CPT's switched-reluctance motor-generator seen as path to 48-V systems

  • 12-Mar-2014 01:32 EDT
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CPT’s SpeedStart unit is shown on a 48-V test rig supervised by lead applications engineer John Kelly.

Controlled Power Technologies (CPT) will demonstrate two technologies in booth 422 (and in technical paper presentations) at the SAE 2014 World Congress April 8-10 in Detroit: SpeedStart torque assist and kinetic energy recovery system; and Tigers turbine integrated gas energy recovery system.

Both systems rely on switched reluctance (SR) motor-generator technology "developed for a new breed of 48-V mild-hybrid vehicles" and are, according to the company, “at a high level of automotive application readiness.”

At the heart of SpeedStart is a 48-V belt-integrated starter-generator—an SR machine able to handle the challenge of balancing the need to customize it for different applications against the need to maintain commonality to minimize cost, reduce risk, and accelerate development cycles.

Vehicle electrification at 48 V is a rapid growth area for the automotive industry,” said Peter Scanes, Senior Manager for SpeedStart. "The number of architectures under consideration for 48-V systems is still growing, particularly across different vehicle classes. This results in a range of system-level requirements from different manufacturers, dictated by vehicle targets and other issues such as battery state-of-charge and energy-storage capability.”

By maintaining a common core of rotor and stator laminations and a common coolant system for the unit, it is possible to accelerate the development of each application, he continued. “This common core also provides greater confidence in the robustness of prototypes, while minimizing the cost of variants further supports the development of 48-volt systems. SR machines are ideally suited to this concept of low-cost development, while reducing the cost of production components. Moreover, compared with other electrical machines, they have a high efficiency across a large speed range, good controllability, and reliability.”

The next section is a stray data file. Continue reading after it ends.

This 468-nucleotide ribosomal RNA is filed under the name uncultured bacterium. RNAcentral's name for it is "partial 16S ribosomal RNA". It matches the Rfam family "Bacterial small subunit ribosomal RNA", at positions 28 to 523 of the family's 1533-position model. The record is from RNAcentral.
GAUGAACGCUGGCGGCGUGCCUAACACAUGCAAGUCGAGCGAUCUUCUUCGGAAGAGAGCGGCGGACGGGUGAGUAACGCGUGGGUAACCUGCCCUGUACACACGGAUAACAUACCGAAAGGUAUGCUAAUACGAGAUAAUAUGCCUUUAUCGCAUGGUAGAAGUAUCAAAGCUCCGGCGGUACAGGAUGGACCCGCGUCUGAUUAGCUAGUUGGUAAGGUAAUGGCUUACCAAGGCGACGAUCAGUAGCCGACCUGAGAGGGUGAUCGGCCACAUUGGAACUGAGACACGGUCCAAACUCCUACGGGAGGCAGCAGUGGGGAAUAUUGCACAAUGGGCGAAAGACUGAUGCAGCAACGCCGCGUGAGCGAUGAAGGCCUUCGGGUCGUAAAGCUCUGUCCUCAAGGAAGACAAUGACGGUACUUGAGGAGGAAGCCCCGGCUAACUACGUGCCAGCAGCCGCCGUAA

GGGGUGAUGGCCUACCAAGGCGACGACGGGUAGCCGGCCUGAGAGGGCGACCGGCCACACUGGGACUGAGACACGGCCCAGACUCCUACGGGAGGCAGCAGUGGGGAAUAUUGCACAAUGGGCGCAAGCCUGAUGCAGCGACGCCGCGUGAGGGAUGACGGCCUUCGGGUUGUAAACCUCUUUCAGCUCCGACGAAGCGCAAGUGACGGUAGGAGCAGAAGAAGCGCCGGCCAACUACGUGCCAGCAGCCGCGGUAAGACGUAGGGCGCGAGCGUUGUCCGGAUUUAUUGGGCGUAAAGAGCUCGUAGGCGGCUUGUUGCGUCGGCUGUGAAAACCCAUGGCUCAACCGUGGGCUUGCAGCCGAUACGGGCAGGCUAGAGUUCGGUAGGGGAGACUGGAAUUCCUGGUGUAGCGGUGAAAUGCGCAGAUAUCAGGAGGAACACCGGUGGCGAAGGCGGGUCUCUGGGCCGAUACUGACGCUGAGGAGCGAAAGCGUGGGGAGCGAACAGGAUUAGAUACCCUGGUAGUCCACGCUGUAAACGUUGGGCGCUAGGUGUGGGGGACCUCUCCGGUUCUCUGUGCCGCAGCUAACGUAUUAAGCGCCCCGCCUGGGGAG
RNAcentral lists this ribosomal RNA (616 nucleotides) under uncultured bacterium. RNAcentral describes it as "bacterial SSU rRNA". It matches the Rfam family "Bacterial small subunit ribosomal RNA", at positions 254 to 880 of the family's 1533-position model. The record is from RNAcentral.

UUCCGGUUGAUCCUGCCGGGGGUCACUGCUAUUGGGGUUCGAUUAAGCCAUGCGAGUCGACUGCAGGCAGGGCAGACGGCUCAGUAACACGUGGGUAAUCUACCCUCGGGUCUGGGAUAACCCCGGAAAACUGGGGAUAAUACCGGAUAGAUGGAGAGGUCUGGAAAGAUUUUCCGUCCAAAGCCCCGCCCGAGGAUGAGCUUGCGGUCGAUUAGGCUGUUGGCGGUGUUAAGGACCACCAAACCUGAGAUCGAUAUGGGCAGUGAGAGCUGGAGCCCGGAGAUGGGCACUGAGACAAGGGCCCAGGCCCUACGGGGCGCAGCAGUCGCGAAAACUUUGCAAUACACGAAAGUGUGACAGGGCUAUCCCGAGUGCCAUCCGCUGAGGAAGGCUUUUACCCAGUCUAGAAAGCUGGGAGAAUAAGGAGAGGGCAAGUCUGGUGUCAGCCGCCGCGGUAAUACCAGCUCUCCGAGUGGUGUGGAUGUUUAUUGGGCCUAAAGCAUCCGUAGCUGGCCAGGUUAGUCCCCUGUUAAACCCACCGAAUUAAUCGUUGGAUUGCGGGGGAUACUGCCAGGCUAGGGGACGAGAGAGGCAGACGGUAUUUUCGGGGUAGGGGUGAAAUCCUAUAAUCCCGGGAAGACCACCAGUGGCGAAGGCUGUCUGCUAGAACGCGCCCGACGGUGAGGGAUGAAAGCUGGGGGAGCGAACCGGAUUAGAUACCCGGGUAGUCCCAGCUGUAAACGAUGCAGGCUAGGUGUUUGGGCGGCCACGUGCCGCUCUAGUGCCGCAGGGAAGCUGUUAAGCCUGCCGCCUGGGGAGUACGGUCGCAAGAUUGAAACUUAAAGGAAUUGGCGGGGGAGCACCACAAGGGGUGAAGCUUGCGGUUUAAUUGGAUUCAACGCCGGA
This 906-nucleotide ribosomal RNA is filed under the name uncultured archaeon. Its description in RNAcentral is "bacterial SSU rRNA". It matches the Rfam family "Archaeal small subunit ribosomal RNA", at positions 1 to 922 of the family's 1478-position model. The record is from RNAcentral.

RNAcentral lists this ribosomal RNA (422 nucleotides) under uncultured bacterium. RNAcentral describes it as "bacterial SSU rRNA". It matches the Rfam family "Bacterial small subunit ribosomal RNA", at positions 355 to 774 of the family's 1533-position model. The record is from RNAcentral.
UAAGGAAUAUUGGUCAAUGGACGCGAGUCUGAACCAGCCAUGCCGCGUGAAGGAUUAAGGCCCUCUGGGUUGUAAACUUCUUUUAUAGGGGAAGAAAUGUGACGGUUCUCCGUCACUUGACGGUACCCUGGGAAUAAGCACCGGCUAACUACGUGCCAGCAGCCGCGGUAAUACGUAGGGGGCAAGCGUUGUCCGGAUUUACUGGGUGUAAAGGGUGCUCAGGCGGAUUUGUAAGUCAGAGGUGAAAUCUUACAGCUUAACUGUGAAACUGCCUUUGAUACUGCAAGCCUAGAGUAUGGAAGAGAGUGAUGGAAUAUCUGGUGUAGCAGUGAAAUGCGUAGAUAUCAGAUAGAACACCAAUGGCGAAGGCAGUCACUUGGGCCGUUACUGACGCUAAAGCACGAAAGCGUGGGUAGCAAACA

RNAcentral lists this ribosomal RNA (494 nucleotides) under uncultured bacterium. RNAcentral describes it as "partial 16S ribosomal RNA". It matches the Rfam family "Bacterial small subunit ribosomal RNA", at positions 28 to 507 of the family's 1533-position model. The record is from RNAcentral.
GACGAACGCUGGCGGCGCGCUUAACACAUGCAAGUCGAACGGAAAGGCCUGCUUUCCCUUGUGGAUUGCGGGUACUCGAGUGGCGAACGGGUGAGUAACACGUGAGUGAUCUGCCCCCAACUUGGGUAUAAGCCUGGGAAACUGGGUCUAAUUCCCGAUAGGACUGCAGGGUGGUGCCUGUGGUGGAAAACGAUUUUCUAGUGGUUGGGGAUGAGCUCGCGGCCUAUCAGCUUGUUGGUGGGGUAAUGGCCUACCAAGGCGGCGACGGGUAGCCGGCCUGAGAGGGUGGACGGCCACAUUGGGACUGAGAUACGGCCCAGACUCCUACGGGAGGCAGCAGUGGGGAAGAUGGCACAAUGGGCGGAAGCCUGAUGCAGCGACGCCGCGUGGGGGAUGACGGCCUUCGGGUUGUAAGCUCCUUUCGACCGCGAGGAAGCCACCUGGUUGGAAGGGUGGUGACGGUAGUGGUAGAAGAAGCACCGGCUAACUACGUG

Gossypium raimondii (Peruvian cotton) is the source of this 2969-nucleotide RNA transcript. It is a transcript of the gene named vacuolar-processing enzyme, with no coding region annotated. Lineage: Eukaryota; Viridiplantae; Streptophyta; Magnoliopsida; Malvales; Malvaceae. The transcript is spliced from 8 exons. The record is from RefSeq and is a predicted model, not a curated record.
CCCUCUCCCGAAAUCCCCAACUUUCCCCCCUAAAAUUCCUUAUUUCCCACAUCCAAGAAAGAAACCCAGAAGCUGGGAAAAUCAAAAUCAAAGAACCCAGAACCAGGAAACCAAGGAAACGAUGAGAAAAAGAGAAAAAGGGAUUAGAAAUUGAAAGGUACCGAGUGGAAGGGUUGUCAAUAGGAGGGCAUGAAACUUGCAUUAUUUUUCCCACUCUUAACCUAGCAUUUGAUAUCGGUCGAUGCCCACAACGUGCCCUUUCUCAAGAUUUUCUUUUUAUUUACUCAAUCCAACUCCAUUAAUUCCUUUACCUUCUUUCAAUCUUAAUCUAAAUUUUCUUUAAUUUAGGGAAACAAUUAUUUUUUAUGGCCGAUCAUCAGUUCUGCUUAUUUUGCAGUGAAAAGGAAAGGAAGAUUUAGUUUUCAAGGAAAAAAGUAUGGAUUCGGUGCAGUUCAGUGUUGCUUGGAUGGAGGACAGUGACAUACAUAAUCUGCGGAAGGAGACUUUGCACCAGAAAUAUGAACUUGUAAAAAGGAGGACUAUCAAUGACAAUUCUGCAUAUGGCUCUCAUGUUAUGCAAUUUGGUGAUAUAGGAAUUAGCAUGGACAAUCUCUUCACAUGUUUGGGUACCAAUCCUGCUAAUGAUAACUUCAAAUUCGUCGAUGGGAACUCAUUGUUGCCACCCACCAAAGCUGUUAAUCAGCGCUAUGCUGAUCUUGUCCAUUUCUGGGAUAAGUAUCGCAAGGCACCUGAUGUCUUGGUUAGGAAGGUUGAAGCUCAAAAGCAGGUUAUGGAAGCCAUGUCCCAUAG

For SpeedStart, CPT established the critical design rules covering, for example, the optimum packaging and overall geometry of a 12.5-kW belt-integrated starter-generator. “The commonality of machine variants allows relatively easy variation of performance for different applications including trade-offs between peak torque, peak power, steady state power and other requirements from the electrical and mechanical systems,” Scanes explained. “Sophisticated modeling of the control and power electronics, in addition to the electromagnetics of the motor, is essential to this capability and means our control strategy can allow each machine to operate closer to the real motor limits seen in varied automotive duty cycles.”

As with the SpeedStart device, the liquid-cooled switched reluctance generator is at the core of the Tigers technology, again offering many advantages over conventional permanent-magnet generators. Due to the absence of rotor windings, SR machines possess low rotating inertias, thus minimizing rotor losses. In addition, due to the exclusion of permanent magnets, there is no risk of torque loss from de-magnetization or uncontrolled generating modes at high-speed.

The SR type generator also facilitates cost savings across the design, including minimal tooling investment due to the straightforward motor construction and a reduction in the rating of the power electronics due to low switching frequencies. The 65,000-rpm high-speed capability of the Tigers electrical generator also facilitates a direct coupling to the turbine rather than a reduction gear set. This reduces the number of components in the device, making the unit design inherently lighter, cheaper to manufacture, and simpler to assemble in both its prototype and volume production form, according to CPT.

Tigers can be applied to naturally-aspirated or forced-induction engines, though most likely will be applied to downsized turbocharged engines as an additional unit to the existing turbocharger.

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